Tuesday, September 26, 2023


Utah RV builder accused of fleecing terminally ill customer

By Russ and Tiña De Maris

A Springville, Utah, RV manufacturer, Benjamin Ashley Grimes, is up on multiple charges, some of which stem from his alleged ripping-off of an Alaskan man who is terminally ill.

Back in 2015, the unidentified Homer, Alaska, resident ordered a Moby1 Expedition trailer from Grimes. The man, who planned to use his trailer with his “remaining time of good health on the road camping and visiting family,” picked up the rig in 2017.

However, a few weeks later, the trailer was involved in an accident in California. The customer brought the unit back to Moby1 for repairs, and an insurance company cut a $20,000 check to the outfit for those repairs. But according to a court filing, Grimes “failed to return the repaired trailer, and the funds were not returned” to the customer nor the insurance company. Instead, says the prosecutor, “[Grimes] ordered his employees to detach the upper teardrop cargo part of the trailer from the frame and place that cargo part on another frame and (Grimes) sold that trailer as new to another unidentified customer. (Grimes) took the VIN number tags from (the) original trailer frame, which were stickers, and proceeded to remove the numbers off the trailer frame with paint thinner.”

moby1 trailers llc

A raft of complaints have been filed against Grimes and Moby1, many centered around issues of down payments that the company required to begin production of units. Comments from unsatisfied customers say Grimes and the company missed production deadlines, and failed to return deposits when promised. According to ksl.com, the trailer building company filed for Chapter 7 bankruptcy in March.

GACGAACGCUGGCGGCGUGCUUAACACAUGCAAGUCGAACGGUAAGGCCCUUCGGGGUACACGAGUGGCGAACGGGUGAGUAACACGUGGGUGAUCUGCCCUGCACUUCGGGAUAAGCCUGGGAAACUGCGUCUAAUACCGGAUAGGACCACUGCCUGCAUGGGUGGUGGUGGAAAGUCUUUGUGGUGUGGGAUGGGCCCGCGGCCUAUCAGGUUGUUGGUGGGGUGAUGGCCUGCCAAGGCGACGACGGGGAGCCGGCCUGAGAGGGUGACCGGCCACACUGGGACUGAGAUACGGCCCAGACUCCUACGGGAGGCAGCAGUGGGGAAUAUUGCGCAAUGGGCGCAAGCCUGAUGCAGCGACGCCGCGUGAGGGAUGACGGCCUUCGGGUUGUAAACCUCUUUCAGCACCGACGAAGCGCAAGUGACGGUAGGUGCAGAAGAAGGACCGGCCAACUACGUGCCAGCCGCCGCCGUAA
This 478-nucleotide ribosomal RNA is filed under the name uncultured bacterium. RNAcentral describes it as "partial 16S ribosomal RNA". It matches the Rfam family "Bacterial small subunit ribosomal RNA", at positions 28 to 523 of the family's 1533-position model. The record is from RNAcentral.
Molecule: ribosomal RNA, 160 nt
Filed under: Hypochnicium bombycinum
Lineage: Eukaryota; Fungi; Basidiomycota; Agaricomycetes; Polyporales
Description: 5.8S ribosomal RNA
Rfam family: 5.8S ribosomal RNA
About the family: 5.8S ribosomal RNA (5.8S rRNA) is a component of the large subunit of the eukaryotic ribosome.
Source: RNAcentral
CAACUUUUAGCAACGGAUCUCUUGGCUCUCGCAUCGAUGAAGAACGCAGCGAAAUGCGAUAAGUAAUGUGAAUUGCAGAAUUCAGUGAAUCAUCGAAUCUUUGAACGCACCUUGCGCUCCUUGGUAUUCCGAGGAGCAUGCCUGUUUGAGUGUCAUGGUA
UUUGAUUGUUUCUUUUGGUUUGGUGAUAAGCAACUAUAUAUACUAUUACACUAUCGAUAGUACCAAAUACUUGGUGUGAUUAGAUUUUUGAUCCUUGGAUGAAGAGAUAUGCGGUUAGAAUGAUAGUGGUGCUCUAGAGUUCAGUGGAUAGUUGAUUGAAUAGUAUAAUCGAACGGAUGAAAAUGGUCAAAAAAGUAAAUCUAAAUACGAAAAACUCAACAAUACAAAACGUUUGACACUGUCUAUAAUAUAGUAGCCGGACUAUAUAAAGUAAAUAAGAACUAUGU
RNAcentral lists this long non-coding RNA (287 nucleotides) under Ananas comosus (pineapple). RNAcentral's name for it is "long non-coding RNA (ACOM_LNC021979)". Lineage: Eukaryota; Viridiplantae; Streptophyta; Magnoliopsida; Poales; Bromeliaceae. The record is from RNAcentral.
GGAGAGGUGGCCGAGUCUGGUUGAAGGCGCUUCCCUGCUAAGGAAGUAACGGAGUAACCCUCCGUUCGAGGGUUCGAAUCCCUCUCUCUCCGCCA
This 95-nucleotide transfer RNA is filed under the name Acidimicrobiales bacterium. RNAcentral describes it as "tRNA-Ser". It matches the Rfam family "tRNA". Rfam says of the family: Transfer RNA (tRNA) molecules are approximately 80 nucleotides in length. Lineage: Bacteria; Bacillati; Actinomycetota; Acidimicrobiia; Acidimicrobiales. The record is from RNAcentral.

Grimes has been charged with selling or buying without identification numbers, fraudulent alteration of an identification number, and theft by deception. In Utah, the charges are all second degree felonies, and if convicted, a person could face a prison term of one to 15 years and a fine of up to $10,000.

The Alaska man who got caught up in the situation is facing much worse. According to court filings, his health has deteriorated to the point where he can no longer leave home for more than a couple of weeks. His dreams of a peaceful end of life road trip are gone.


Russ and Tiña De Maris
Russ and Tiña De Maris
Russ and Tiña went from childhood tent camping to RVing in the 1980s when the ground got too hard. They've been tutored in the ways of RVing (and RV repair) by a series of rigs, from truck campers, to a fifth-wheel, and several travel trailers. In addition to writing scores of articles on RVing topics, they've also taught college classes for folks new to RVing. They authored the book, RV Boondocking Basics.


    • They need to bring back public hanging, someone this low should be publicly executed by hanging. Televised execution is a crime deterrent.

      • Actually, capitol punishment is not the deterrent people think it is. People who are contemplating a crime rarely think of the punishment.


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